Measurement in Practice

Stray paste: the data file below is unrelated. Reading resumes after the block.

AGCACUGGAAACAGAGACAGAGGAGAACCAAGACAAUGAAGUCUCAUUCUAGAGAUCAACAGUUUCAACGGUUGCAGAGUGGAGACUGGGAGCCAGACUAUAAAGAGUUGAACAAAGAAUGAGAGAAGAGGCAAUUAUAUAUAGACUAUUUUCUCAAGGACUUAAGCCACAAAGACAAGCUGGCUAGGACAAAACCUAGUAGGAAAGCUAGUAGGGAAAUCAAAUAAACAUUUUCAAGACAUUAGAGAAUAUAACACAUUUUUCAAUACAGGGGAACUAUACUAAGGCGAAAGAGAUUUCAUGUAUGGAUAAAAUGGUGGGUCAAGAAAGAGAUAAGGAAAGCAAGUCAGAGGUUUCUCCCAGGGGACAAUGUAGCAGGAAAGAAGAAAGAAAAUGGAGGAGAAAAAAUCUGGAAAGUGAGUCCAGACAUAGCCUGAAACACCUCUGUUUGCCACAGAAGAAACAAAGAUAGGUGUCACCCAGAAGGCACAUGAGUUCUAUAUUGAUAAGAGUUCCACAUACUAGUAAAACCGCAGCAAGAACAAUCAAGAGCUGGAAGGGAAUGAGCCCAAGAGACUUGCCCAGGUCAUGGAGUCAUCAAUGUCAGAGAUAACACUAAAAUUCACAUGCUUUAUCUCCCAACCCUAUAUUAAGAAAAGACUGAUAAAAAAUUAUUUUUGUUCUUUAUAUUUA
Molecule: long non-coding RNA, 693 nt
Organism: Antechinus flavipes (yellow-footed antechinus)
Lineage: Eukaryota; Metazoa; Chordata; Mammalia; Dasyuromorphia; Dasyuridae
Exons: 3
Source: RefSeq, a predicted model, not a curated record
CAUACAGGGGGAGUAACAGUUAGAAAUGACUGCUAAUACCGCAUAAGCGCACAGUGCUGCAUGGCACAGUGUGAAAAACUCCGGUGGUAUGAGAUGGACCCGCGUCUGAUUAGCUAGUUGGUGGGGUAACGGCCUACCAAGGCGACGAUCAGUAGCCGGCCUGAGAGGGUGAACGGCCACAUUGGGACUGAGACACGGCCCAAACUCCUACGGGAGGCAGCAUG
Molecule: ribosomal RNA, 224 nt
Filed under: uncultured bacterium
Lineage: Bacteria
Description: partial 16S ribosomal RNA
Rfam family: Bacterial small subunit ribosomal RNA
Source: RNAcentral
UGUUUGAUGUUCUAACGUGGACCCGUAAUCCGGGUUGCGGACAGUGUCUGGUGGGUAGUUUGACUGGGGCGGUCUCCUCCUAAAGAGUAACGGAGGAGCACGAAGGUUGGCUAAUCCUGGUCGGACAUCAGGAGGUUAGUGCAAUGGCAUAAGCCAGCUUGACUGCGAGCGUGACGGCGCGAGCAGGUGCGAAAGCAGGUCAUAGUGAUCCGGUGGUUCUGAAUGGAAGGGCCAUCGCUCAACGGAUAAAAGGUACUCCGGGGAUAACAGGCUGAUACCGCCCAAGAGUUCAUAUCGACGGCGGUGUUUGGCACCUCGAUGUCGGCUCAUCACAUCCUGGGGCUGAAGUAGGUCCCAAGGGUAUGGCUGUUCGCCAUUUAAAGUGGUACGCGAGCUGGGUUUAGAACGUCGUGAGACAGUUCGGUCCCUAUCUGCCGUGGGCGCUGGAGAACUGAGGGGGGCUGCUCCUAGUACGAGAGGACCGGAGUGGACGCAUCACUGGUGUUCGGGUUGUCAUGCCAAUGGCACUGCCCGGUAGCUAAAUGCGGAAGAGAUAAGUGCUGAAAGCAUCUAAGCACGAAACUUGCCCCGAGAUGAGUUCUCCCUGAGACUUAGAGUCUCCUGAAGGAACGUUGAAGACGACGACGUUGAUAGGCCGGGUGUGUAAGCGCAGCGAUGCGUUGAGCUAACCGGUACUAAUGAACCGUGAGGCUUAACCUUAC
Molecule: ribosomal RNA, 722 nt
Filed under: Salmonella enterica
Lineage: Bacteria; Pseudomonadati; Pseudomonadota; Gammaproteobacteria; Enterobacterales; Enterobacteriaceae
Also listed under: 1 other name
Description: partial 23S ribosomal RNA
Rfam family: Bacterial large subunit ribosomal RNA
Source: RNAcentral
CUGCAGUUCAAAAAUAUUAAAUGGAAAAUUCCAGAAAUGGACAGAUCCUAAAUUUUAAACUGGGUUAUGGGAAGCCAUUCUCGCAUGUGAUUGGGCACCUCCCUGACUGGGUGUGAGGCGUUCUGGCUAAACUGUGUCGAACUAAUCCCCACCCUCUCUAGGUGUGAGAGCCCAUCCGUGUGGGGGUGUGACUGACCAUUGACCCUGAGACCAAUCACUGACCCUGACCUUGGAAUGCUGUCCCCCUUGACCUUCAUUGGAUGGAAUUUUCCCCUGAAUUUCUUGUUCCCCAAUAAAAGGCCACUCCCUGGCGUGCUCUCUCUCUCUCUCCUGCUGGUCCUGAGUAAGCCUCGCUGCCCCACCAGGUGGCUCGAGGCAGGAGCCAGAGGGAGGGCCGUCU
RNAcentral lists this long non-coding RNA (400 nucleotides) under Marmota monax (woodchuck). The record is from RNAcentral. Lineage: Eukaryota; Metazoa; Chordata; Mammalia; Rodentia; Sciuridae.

The use of scales in social sciences has been considered an important element in the development of ideas. Indeed, many common diagnoses in the mental health field have been aided by some very distinct and robust measures (e.g., the CIDI (Andrews & Peters, 1998) and the Beck Depression inventories (Beck, 2006)). The now-famous concepts and ideas such as social distance (Bogardus, 1933) and anomie (Srole, 1956) all find support on well-established social scales. Still others such as the BEM Sex Inventory (Bem, 1974), the Kansas Marital Satisfaction (Schumm, 2001), or Herek (1984) scale on attitudes toward lesbians and gays all share one very important trait—good design and methodological sophistication. This is not to say that each measure is without error, clearly they are not, but it is to say that the developmental approaches used by the authors reflected a level of concern and sophistication that renders these scales as useful and adaptable measures across a variety of subjects and in numerous cultural settings. With some important modifications, these instruments endure. In short, these measures meet the criteria of scale construction by providing a concrete measurement of abstract theoretical ideas. The questions then become, what are scales, how are they composed, why do they work, and how can one be sure that the scale is really an appropriate measure of the theoretical construct under examination? Throughout this book, these issues will be addressed in great detail. The purpose of this chapter is to provide some insight into these issues and offer an overview of the process. Let me begin with a very critical caveat—No scale is without its problems and not all elements can be combined to make a scale no matter the reliability score. Good research methodology along with logic and good sense must always accompany any measure worth its weight.